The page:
3. I further establish that the College of Cardinals may make no dispositions whatsoever concerning the rights of the Apostolic See and of the Roman Church, much less allow any of these rights to lapse, either directly or indirectly, even though it be to resolve disputes or to prosecute actions perpetrated against these same rights after the death or valid resignation of the Pope.12 All the Cardinals are obliged to defend these rights.

4. During the vacancy of the Apostolic See, laws issued by the Roman Pontiffs can in no way be corrected or modified, nor can anything be added or subtracted, nor a dispensation be given even from a part of them, especially with regard to the procedures governing the election of the Supreme Pontiff. Indeed, should anything be done or even attempted against this prescription, by my supreme authority I declare it null and void.

5. Should doubts arise concerning the prescriptions contained in this Constitution, or concerning the manner of putting them into effect, I decree that all power of issuing a judgment in this regard belongs to the College of Cardinals, to which I grant the faculty of interpreting doubtful or controverted points. I also establish that should it be necessary to discuss these or other similar questions, except the act of election, it suffices that the majority of the Cardinals present should concur in the same opinion.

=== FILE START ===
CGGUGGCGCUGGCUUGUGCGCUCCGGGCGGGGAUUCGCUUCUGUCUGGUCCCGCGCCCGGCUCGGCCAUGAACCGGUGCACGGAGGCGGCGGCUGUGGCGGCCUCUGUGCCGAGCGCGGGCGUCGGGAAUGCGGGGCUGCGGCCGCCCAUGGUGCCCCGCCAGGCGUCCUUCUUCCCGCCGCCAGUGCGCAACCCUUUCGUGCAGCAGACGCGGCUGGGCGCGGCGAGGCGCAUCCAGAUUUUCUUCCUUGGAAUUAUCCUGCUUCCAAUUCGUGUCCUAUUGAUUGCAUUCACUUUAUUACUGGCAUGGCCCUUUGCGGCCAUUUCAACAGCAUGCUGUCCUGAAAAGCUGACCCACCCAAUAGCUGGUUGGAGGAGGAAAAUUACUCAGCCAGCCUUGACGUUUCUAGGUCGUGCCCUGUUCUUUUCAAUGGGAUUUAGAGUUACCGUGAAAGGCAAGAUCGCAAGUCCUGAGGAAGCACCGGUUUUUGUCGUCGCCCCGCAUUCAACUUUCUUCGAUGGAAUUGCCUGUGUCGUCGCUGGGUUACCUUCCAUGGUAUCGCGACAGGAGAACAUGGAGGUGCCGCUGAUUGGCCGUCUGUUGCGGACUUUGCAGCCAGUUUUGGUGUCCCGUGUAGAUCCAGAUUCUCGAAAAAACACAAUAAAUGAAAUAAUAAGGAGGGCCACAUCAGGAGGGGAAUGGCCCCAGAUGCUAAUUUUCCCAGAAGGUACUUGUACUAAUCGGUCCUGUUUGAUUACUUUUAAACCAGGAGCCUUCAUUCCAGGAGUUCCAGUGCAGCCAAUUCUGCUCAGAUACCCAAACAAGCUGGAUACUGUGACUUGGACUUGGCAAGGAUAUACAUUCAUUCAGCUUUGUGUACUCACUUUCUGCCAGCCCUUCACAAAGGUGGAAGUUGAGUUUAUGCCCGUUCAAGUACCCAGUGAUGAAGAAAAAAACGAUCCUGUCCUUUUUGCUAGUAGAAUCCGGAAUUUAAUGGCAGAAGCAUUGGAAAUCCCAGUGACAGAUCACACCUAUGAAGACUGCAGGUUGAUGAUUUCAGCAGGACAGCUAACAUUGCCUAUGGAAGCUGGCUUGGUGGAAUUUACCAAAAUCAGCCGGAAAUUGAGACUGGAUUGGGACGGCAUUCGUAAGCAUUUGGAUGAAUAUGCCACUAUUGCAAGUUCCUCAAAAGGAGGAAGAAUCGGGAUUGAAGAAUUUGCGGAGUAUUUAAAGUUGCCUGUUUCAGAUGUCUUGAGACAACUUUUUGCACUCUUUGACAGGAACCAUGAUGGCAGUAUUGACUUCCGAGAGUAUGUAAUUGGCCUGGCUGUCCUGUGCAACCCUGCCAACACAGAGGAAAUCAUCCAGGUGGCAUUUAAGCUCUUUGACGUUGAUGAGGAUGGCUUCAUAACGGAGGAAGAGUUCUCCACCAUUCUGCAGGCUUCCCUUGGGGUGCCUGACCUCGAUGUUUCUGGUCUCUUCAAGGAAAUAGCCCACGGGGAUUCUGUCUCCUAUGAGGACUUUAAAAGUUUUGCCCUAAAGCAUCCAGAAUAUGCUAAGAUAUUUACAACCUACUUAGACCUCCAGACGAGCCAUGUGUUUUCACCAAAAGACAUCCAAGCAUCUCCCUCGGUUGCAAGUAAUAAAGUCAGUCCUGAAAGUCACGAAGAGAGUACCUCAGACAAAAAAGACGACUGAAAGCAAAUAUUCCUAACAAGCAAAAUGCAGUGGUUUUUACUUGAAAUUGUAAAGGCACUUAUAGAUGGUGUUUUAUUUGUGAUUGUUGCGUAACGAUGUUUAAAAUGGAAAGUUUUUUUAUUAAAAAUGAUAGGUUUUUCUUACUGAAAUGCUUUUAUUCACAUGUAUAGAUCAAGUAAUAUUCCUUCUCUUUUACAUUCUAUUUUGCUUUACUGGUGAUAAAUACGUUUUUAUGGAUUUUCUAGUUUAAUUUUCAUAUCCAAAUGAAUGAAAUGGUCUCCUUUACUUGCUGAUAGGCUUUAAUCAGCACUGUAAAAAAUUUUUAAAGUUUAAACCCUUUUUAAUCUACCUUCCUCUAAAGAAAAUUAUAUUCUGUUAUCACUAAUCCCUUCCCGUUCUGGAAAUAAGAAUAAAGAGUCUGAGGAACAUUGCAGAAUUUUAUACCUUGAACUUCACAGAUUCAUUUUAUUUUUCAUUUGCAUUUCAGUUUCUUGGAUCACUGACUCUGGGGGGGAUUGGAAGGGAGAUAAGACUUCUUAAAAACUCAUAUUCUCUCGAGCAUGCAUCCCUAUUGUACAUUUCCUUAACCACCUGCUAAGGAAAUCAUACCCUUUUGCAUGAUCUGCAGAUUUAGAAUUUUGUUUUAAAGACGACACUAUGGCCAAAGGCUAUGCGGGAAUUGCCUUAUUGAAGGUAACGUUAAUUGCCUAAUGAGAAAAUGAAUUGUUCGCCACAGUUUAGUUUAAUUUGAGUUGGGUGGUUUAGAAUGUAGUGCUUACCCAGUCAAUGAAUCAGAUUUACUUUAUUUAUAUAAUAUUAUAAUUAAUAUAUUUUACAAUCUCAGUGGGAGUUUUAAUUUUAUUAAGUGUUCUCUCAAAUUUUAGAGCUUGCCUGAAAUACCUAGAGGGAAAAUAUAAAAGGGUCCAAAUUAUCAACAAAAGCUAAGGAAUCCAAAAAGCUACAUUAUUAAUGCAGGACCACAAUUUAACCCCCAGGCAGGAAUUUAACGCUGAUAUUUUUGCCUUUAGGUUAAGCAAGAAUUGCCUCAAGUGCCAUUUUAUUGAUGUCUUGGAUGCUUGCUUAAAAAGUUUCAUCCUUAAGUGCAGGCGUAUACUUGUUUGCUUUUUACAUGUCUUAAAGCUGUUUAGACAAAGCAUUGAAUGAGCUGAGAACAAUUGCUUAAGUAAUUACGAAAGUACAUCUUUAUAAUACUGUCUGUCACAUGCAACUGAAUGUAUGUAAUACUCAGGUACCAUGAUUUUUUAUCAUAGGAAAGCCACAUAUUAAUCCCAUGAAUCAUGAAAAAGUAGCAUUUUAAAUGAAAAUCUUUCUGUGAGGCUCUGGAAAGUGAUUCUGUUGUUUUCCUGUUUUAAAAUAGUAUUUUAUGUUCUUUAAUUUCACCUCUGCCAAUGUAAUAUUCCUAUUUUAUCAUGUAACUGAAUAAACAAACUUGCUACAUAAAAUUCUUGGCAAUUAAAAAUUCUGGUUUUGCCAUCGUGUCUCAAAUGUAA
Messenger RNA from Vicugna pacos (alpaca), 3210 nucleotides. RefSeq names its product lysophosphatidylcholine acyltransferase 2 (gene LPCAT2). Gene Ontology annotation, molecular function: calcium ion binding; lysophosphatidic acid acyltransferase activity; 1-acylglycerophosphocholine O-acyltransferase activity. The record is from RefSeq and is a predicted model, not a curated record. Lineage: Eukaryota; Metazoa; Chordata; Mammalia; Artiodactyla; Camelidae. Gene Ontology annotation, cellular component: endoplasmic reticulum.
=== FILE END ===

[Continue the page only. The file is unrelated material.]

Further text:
6. In the same way, should there be a problem which, in the view of the majority of the assembled Cardinals, cannot be postponed until another time, the College of Cardinals may act according to the majority opinion.


Luigi Oreglia di Santo Stefano (1885–1913)

Francesco Salesio Della Volpe (1914–1916)

Pietro Gasparri (1916–1934)

Eugenio Pacelli (1935–1939), elected Pope Pius XII

Lorenzo Lauri (1939–1941)

Benedetto Aloisi Masella (1958–1970)

Jean-Marie Villot (1970–1979)

Paolo Bertoli (1979–1985)

Sebastiano Baggio (1985–1993)

Eduardo Martinez Somalo (1993–2007)

Tarcisio Bertone (since 4 April 2007)